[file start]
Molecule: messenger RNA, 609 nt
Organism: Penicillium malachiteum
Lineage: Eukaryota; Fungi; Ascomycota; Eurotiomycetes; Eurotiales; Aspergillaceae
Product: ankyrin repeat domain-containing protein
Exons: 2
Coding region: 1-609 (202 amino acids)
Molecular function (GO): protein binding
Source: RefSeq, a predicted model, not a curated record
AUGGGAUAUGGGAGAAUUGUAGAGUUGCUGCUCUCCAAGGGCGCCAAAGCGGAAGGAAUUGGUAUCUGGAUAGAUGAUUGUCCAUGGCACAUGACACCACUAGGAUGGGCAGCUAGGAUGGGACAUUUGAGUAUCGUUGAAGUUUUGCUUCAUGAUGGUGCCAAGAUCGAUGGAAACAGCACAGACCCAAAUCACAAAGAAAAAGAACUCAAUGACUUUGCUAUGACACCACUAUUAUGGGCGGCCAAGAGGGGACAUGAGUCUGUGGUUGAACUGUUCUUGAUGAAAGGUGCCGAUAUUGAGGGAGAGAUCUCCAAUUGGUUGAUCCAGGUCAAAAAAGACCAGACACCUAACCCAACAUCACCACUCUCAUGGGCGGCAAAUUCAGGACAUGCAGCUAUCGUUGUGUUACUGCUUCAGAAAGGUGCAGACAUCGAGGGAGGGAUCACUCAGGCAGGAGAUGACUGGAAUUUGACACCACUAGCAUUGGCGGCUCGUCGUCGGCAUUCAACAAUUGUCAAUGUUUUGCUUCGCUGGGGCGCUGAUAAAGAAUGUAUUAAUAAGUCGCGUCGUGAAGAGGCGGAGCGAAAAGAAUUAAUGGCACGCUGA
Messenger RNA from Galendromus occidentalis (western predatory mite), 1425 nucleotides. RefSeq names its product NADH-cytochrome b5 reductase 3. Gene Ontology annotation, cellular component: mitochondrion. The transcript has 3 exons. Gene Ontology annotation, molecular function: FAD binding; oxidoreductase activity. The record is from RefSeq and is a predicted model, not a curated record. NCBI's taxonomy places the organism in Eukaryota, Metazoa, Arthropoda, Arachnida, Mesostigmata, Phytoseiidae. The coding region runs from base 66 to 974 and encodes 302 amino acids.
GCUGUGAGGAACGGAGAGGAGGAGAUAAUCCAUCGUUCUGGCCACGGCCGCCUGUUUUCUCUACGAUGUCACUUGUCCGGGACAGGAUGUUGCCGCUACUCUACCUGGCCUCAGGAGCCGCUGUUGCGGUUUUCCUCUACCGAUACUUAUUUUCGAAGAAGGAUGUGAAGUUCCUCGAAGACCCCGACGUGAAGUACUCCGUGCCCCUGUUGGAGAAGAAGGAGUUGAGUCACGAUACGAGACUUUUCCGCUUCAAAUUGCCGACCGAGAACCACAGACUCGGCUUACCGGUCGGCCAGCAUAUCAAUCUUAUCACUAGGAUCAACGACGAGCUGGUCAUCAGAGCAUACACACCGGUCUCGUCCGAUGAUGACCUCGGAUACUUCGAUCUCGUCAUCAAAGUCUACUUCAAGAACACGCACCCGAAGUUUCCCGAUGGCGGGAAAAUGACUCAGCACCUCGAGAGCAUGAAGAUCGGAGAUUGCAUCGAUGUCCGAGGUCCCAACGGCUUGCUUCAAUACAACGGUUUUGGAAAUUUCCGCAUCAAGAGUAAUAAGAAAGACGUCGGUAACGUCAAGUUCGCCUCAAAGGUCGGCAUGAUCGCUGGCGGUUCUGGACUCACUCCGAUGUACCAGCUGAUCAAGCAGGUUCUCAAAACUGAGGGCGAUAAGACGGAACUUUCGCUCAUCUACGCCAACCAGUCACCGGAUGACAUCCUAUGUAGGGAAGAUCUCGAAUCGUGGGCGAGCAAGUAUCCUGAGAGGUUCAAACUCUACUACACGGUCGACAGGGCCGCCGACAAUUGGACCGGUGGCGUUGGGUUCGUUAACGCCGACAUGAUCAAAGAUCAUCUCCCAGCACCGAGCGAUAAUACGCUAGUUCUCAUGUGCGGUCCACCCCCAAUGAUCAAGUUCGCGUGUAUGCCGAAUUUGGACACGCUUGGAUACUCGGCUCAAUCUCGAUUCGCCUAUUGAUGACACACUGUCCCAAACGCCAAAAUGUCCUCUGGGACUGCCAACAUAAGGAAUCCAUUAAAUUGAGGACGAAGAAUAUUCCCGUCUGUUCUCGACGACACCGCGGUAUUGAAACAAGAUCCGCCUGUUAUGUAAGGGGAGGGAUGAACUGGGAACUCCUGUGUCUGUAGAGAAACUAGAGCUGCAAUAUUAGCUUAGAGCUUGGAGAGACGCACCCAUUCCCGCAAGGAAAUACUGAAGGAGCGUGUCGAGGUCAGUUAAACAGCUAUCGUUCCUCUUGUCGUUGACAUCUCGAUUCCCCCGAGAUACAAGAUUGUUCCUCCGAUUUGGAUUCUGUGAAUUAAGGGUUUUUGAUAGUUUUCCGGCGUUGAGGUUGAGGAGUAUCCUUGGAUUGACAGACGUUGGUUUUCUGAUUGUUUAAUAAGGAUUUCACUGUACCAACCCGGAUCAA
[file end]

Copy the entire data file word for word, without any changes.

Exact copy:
Molecule: messenger RNA, 609 nt
Organism: Penicillium malachiteum
Lineage: Eukaryota; Fungi; Ascomycota; Eurotiomycetes; Eurotiales; Aspergillaceae
Product: ankyrin repeat domain-containing protein
Exons: 2
Coding region: 1-609 (202 amino acids)
Molecular function (GO): protein binding
Source: RefSeq, a predicted model, not a curated record
AUGGGAUAUGGGAGAAUUGUAGAGUUGCUGCUCUCCAAGGGCGCCAAAGCGGAAGGAAUUGGUAUCUGGAUAGAUGAUUGUCCAUGGCACAUGACACCACUAGGAUGGGCAGCUAGGAUGGGACAUUUGAGUAUCGUUGAAGUUUUGCUUCAUGAUGGUGCCAAGAUCGAUGGAAACAGCACAGACCCAAAUCACAAAGAAAAAGAACUCAAUGACUUUGCUAUGACACCACUAUUAUGGGCGGCCAAGAGGGGACAUGAGUCUGUGGUUGAACUGUUCUUGAUGAAAGGUGCCGAUAUUGAGGGAGAGAUCUCCAAUUGGUUGAUCCAGGUCAAAAAAGACCAGACACCUAACCCAACAUCACCACUCUCAUGGGCGGCAAAUUCAGGACAUGCAGCUAUCGUUGUGUUACUGCUUCAGAAAGGUGCAGACAUCGAGGGAGGGAUCACUCAGGCAGGAGAUGACUGGAAUUUGACACCACUAGCAUUGGCGGCUCGUCGUCGGCAUUCAACAAUUGUCAAUGUUUUGCUUCGCUGGGGCGCUGAUAAAGAAUGUAUUAAUAAGUCGCGUCGUGAAGAGGCGGAGCGAAAAGAAUUAAUGGCACGCUGA
Messenger RNA from Galendromus occidentalis (western predatory mite), 1425 nucleotides. RefSeq names its product NADH-cytochrome b5 reductase 3. Gene Ontology annotation, cellular component: mitochondrion. The transcript has 3 exons. Gene Ontology annotation, molecular function: FAD binding; oxidoreductase activity. The record is from RefSeq and is a predicted model, not a curated record. NCBI's taxonomy places the organism in Eukaryota, Metazoa, Arthropoda, Arachnida, Mesostigmata, Phytoseiidae. The coding region runs from base 66 to 974 and encodes 302 amino acids.
GCUGUGAGGAACGGAGAGGAGGAGAUAAUCCAUCGUUCUGGCCACGGCCGCCUGUUUUCUCUACGAUGUCACUUGUCCGGGACAGGAUGUUGCCGCUACUCUACCUGGCCUCAGGAGCCGCUGUUGCGGUUUUCCUCUACCGAUACUUAUUUUCGAAGAAGGAUGUGAAGUUCCUCGAAGACCCCGACGUGAAGUACUCCGUGCCCCUGUUGGAGAAGAAGGAGUUGAGUCACGAUACGAGACUUUUCCGCUUCAAAUUGCCGACCGAGAACCACAGACUCGGCUUACCGGUCGGCCAGCAUAUCAAUCUUAUCACUAGGAUCAACGACGAGCUGGUCAUCAGAGCAUACACACCGGUCUCGUCCGAUGAUGACCUCGGAUACUUCGAUCUCGUCAUCAAAGUCUACUUCAAGAACACGCACCCGAAGUUUCCCGAUGGCGGGAAAAUGACUCAGCACCUCGAGAGCAUGAAGAUCGGAGAUUGCAUCGAUGUCCGAGGUCCCAACGGCUUGCUUCAAUACAACGGUUUUGGAAAUUUCCGCAUCAAGAGUAAUAAGAAAGACGUCGGUAACGUCAAGUUCGCCUCAAAGGUCGGCAUGAUCGCUGGCGGUUCUGGACUCACUCCGAUGUACCAGCUGAUCAAGCAGGUUCUCAAAACUGAGGGCGAUAAGACGGAACUUUCGCUCAUCUACGCCAACCAGUCACCGGAUGACAUCCUAUGUAGGGAAGAUCUCGAAUCGUGGGCGAGCAAGUAUCCUGAGAGGUUCAAACUCUACUACACGGUCGACAGGGCCGCCGACAAUUGGACCGGUGGCGUUGGGUUCGUUAACGCCGACAUGAUCAAAGAUCAUCUCCCAGCACCGAGCGAUAAUACGCUAGUUCUCAUGUGCGGUCCACCCCCAAUGAUCAAGUUCGCGUGUAUGCCGAAUUUGGACACGCUUGGAUACUCGGCUCAAUCUCGAUUCGCCUAUUGAUGACACACUGUCCCAAACGCCAAAAUGUCCUCUGGGACUGCCAACAUAAGGAAUCCAUUAAAUUGAGGACGAAGAAUAUUCCCGUCUGUUCUCGACGACACCGCGGUAUUGAAACAAGAUCCGCCUGUUAUGUAAGGGGAGGGAUGAACUGGGAACUCCUGUGUCUGUAGAGAAACUAGAGCUGCAAUAUUAGCUUAGAGCUUGGAGAGACGCACCCAUUCCCGCAAGGAAAUACUGAAGGAGCGUGUCGAGGUCAGUUAAACAGCUAUCGUUCCUCUUGUCGUUGACAUCUCGAUUCCCCCGAGAUACAAGAUUGUUCCUCCGAUUUGGAUUCUGUGAAUUAAGGGUUUUUGAUAGUUUUCCGGCGUUGAGGUUGAGGAGUAUCCUUGGAUUGACAGACGUUGGUUUUCUGAUUGUUUAAUAAGGAUUUCACUGUACCAACCCGGAUCAA